My personal opinion is with those who would say women should NOT perform the ritual. Despite what Rabbi Rabinowitz says about the Torah not explicitly connecting the ritual with the Temple, it is quite clear that in the minds of almost all Jews the ritual is, in fact, connected to the Temple, as indicated by Rabbis Bramnick and Kogen.

But my opinion, is, admittedly, mostly informed by factors other than strict halachah. I believe rabbis could permit women to do this if they want to – but I think it would be a mistake. Here’s why.

The kohanim are a “remnant” from the days of the Temple. They have no real function nowadays. But I find the fact that these men have a direct, unbroken, patrilineal connection if not to Aaron himself, to the priests who served in the Temple a powerful statement of Jewish continuity.

Kohanim have only a few “vestigial” functions and privileges: they traditionally get the first aliyah to the Torah (although many liberal congregations have done away with this practice) and they can bestow the priestly benediction on the congregation (and many liberal congregations have done away with this practice as well, for both men and women).

I believe the congregations that have taken away these privileges and responsibilities from the kohanim have done so because they are uncomfortable with the seeming exclusionary nature of this inherited class. It seems so counter to our culture where everything is supposed to be open to everybody.

I take the role of the kohanim as a reminder that for some things birth DOES matter. I like having a few rituals that connect us directly to the Temple, and if we are performing these rituals as a reminder of the Temple, we should do them the way they were done in the Temple – which means, in this case, by men only. I don’t complain that as a non-kohen I can’t perform the ritual. Instead, I find I enjoy it when I’m in shul my friends who are kohanim give me a blessing in a ritual linked to the days of the Temple. I find it spiritually powerful.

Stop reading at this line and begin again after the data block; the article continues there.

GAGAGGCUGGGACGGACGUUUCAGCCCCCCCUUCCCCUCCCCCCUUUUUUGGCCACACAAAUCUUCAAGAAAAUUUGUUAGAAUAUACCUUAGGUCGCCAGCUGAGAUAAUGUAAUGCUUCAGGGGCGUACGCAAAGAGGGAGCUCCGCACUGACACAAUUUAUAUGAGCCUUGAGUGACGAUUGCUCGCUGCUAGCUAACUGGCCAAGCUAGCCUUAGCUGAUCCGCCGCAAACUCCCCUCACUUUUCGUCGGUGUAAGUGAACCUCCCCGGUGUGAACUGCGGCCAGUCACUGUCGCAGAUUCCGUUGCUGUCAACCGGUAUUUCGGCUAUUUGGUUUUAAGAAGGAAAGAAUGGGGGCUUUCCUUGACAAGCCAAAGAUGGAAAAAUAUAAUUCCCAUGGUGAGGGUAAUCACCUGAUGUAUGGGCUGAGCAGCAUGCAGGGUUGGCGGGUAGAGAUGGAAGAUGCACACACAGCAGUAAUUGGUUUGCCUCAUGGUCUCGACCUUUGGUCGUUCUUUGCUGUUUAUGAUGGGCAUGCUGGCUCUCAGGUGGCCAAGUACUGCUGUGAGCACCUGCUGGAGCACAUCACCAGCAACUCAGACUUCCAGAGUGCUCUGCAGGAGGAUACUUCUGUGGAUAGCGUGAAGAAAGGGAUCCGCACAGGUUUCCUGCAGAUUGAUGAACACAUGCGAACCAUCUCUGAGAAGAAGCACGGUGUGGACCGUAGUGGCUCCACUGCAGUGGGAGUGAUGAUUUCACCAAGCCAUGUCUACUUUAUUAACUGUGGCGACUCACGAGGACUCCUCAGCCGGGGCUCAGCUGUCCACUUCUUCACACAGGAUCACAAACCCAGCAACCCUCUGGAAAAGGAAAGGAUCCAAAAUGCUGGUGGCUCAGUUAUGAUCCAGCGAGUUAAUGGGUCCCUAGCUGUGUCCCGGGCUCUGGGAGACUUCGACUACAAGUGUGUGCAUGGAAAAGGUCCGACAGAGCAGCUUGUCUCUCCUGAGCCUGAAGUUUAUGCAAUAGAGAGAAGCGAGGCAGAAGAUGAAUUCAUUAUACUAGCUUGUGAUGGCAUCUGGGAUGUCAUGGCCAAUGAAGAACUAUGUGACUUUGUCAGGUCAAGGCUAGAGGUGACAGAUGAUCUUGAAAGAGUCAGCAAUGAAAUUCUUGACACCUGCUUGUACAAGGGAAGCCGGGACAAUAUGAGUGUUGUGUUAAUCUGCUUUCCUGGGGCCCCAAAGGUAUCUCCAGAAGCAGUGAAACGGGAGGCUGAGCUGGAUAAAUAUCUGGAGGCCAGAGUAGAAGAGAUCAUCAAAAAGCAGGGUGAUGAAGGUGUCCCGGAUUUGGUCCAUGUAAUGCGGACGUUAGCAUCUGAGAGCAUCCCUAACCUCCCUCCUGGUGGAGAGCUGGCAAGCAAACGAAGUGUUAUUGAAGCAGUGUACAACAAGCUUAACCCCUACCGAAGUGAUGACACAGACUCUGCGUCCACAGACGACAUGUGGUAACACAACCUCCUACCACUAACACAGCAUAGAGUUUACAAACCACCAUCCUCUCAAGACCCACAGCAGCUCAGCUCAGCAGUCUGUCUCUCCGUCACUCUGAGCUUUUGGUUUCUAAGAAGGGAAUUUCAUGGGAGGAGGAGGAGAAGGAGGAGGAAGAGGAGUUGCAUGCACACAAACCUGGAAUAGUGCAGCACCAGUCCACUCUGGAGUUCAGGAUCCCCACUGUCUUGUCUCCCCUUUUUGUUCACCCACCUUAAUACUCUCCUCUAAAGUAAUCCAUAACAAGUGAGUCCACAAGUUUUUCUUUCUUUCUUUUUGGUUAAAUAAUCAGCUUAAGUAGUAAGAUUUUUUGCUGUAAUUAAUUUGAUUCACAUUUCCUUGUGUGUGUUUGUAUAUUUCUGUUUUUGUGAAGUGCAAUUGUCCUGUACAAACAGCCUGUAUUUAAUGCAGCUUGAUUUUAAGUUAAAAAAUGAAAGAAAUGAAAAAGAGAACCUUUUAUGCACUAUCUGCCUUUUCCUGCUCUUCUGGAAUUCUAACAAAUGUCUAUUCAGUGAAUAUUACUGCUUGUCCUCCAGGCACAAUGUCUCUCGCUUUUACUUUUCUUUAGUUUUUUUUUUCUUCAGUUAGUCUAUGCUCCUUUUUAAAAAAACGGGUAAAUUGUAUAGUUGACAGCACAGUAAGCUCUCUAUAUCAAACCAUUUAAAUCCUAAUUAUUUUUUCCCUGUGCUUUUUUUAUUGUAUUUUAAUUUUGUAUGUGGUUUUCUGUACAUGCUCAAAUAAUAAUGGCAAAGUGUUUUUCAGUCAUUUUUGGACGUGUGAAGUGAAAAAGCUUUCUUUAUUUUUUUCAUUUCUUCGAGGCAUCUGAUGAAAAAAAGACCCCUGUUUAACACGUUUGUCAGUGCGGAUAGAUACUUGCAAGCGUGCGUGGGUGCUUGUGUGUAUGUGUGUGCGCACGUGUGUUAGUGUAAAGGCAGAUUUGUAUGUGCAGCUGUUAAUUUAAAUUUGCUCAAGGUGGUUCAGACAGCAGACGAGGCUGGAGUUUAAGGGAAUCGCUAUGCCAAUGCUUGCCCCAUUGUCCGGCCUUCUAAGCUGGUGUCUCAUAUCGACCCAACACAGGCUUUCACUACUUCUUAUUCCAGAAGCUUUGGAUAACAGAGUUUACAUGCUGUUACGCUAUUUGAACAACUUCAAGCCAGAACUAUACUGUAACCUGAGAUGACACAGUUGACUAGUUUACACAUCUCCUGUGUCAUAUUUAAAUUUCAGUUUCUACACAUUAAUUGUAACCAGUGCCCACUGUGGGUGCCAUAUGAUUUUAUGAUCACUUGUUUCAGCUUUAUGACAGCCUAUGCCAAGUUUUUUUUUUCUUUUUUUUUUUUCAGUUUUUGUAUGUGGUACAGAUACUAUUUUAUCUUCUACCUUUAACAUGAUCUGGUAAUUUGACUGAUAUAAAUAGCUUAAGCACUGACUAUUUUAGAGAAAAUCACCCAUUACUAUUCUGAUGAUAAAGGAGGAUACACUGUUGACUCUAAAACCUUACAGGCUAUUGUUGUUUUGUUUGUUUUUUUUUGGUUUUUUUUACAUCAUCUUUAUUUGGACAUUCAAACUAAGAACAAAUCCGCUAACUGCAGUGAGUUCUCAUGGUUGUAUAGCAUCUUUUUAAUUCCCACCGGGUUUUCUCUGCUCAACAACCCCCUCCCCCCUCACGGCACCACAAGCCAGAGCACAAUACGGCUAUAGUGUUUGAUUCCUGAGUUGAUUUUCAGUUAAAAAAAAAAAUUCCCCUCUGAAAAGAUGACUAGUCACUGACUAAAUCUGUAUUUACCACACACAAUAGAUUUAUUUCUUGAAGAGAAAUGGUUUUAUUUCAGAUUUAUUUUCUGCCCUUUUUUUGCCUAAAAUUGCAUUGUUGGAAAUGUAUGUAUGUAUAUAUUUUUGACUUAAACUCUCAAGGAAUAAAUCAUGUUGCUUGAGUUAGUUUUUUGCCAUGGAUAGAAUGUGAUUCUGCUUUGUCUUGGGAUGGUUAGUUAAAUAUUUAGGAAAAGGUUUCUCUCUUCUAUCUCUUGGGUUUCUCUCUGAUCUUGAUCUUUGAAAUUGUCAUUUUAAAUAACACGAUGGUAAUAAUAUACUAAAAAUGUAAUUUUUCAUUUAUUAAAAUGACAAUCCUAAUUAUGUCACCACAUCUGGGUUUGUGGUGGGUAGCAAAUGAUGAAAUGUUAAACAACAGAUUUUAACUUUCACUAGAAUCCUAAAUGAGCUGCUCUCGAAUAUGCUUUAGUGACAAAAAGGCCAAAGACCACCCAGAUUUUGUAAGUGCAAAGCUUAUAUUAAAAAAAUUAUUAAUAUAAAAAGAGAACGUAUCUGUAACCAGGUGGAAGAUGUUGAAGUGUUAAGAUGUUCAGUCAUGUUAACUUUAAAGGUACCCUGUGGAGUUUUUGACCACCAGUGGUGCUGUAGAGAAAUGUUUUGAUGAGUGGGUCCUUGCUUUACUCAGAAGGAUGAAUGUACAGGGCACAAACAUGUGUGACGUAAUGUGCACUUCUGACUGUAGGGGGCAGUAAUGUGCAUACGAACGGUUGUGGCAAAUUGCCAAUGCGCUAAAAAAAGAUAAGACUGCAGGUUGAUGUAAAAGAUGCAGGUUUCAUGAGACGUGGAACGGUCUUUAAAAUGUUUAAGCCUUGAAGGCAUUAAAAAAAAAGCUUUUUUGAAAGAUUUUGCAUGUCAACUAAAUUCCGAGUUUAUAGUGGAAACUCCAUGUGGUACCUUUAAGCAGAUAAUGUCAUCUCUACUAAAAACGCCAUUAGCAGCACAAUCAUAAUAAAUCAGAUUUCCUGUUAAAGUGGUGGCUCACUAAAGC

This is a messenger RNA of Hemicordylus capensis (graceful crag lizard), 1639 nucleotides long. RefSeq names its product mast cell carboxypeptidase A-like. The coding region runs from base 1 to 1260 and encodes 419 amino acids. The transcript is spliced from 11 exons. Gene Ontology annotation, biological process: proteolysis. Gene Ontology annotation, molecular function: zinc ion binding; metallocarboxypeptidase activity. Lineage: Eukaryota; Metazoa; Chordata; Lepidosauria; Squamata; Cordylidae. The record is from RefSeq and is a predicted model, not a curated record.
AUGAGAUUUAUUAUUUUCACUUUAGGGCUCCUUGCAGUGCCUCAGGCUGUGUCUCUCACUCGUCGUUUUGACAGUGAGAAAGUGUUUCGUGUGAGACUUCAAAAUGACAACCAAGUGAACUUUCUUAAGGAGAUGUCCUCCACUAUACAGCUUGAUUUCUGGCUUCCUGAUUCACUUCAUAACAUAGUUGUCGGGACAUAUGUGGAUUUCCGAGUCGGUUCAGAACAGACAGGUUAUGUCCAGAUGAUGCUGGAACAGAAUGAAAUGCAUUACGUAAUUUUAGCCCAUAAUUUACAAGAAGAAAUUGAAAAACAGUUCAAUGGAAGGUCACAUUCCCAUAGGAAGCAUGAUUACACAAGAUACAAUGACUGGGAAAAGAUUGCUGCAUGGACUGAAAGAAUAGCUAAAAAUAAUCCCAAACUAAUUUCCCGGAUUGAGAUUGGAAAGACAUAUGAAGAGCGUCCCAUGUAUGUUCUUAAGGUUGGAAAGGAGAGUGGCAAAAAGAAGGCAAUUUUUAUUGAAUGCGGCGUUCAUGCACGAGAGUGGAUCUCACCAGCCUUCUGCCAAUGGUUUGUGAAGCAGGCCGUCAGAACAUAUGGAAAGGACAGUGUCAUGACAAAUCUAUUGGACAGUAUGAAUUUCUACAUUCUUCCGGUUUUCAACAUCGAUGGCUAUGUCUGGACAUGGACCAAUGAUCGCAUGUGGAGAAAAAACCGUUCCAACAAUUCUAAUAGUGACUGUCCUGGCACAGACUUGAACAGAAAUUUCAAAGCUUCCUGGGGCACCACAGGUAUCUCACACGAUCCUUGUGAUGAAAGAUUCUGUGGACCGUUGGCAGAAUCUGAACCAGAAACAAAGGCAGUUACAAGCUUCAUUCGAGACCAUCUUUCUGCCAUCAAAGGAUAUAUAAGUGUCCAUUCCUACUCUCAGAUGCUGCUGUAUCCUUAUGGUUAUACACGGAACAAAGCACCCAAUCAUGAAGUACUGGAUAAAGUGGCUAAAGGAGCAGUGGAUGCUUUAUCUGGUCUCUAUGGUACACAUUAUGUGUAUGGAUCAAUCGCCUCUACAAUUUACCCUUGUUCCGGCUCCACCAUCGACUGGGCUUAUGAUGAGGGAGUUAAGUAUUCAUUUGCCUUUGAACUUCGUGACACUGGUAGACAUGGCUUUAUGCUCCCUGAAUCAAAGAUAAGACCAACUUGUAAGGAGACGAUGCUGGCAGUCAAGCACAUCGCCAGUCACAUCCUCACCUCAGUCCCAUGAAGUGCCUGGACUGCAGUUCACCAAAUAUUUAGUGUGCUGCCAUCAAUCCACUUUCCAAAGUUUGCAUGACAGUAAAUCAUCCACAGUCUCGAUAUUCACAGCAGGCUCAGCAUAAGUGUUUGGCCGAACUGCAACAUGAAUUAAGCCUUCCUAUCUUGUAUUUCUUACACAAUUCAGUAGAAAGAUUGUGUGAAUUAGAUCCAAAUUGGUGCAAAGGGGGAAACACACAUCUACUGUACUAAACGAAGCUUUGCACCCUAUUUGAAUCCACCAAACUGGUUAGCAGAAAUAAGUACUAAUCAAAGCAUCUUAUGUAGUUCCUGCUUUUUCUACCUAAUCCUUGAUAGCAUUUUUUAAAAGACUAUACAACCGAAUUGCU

All that being said, my opinion in many ways is irrelevant. This is an issue for Women of the Wall, and it is “Women” of the Wall. This is their battle, not mine. I’m happy to support them. I haven’t heard any women’s voices complaining about the ceremony, and if there are women who disagree with it, it’s up to the Women of the Wall board how they want to handle differences of opinion on ritual matters. I suspect there may be other issues as well where opinions among the women and supporters of Women of the Wall are not monolithic. It’s the nature of the beast that we have a lot of different opinions on ritual matters.

Just because it’s not what I believe is the “right” answer doesn’t mean they shouldn’t do it. “Pluralistic” means being comfortable with letting other people do what’s meaningful to them, not being bound by other people’s opinions on what is and what isn’t permissible or appropriate.

Kohanim and Mr. Spock

Spock is providing his blessing to women doing this ritual from beyond the grave. His widow, Susan Bay Nimoy, and his estate, have provided funding to Women of the Wall to market the effort. Nimoy famously incorporated the hand gesture used by kohanim when they do the blessing into the Vulcan greeting, “Live Long and Prosper.” You can read more about it here.

Barry Leff

Rabbi Barry (Baruch) Leff is a dual Israeli-American business executive, teacher, speaker and writer who divides his time between Israel and the US.